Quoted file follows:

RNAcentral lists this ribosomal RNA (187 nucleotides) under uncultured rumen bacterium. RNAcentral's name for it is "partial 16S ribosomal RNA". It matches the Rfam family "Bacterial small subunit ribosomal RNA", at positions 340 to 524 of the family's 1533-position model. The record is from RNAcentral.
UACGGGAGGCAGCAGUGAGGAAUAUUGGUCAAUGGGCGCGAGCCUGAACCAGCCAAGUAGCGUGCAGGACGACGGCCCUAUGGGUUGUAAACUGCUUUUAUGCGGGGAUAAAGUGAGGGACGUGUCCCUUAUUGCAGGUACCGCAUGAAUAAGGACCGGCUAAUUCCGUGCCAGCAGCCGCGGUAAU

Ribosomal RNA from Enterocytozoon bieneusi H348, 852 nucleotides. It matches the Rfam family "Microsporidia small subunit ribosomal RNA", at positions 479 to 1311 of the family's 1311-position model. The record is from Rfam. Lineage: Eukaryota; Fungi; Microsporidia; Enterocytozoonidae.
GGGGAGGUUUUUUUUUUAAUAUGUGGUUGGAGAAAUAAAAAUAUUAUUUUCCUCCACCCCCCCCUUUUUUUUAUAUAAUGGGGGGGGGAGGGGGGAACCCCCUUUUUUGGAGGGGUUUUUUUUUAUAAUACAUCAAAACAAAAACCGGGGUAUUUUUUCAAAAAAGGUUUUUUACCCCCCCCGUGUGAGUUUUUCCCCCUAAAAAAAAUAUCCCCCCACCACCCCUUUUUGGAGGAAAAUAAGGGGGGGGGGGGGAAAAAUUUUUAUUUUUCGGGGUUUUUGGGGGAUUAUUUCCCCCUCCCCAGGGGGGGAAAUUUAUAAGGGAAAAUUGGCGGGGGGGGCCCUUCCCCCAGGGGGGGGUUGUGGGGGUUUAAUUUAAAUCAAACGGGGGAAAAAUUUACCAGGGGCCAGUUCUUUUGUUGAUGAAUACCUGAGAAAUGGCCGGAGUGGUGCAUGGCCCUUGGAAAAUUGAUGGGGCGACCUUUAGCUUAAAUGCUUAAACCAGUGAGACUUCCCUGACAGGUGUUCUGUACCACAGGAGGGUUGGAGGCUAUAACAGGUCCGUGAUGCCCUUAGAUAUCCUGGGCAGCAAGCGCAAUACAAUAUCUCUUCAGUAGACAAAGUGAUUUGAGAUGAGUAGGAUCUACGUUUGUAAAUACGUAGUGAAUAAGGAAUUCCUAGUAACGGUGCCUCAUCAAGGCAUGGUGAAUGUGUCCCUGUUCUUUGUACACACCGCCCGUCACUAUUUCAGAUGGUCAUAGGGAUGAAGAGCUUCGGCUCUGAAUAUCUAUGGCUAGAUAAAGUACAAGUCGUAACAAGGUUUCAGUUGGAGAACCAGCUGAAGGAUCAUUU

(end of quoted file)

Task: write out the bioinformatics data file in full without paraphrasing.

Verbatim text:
RNAcentral lists this ribosomal RNA (187 nucleotides) under uncultured rumen bacterium. RNAcentral's name for it is "partial 16S ribosomal RNA". It matches the Rfam family "Bacterial small subunit ribosomal RNA", at positions 340 to 524 of the family's 1533-position model. The record is from RNAcentral.
UACGGGAGGCAGCAGUGAGGAAUAUUGGUCAAUGGGCGCGAGCCUGAACCAGCCAAGUAGCGUGCAGGACGACGGCCCUAUGGGUUGUAAACUGCUUUUAUGCGGGGAUAAAGUGAGGGACGUGUCCCUUAUUGCAGGUACCGCAUGAAUAAGGACCGGCUAAUUCCGUGCCAGCAGCCGCGGUAAU

Ribosomal RNA from Enterocytozoon bieneusi H348, 852 nucleotides. It matches the Rfam family "Microsporidia small subunit ribosomal RNA", at positions 479 to 1311 of the family's 1311-position model. The record is from Rfam. Lineage: Eukaryota; Fungi; Microsporidia; Enterocytozoonidae.
GGGGAGGUUUUUUUUUUAAUAUGUGGUUGGAGAAAUAAAAAUAUUAUUUUCCUCCACCCCCCCCUUUUUUUUAUAUAAUGGGGGGGGGAGGGGGGAACCCCCUUUUUUGGAGGGGUUUUUUUUUAUAAUACAUCAAAACAAAAACCGGGGUAUUUUUUCAAAAAAGGUUUUUUACCCCCCCCGUGUGAGUUUUUCCCCCUAAAAAAAAUAUCCCCCCACCACCCCUUUUUGGAGGAAAAUAAGGGGGGGGGGGGGAAAAAUUUUUAUUUUUCGGGGUUUUUGGGGGAUUAUUUCCCCCUCCCCAGGGGGGGAAAUUUAUAAGGGAAAAUUGGCGGGGGGGGCCCUUCCCCCAGGGGGGGGUUGUGGGGGUUUAAUUUAAAUCAAACGGGGGAAAAAUUUACCAGGGGCCAGUUCUUUUGUUGAUGAAUACCUGAGAAAUGGCCGGAGUGGUGCAUGGCCCUUGGAAAAUUGAUGGGGCGACCUUUAGCUUAAAUGCUUAAACCAGUGAGACUUCCCUGACAGGUGUUCUGUACCACAGGAGGGUUGGAGGCUAUAACAGGUCCGUGAUGCCCUUAGAUAUCCUGGGCAGCAAGCGCAAUACAAUAUCUCUUCAGUAGACAAAGUGAUUUGAGAUGAGUAGGAUCUACGUUUGUAAAUACGUAGUGAAUAAGGAAUUCCUAGUAACGGUGCCUCAUCAAGGCAUGGUGAAUGUGUCCCUGUUCUUUGUACACACCGCCCGUCACUAUUUCAGAUGGUCAUAGGGAUGAAGAGCUUCGGCUCUGAAUAUCUAUGGCUAGAUAAAGUACAAGUCGUAACAAGGUUUCAGUUGGAGAACCAGCUGAAGGAUCAUUU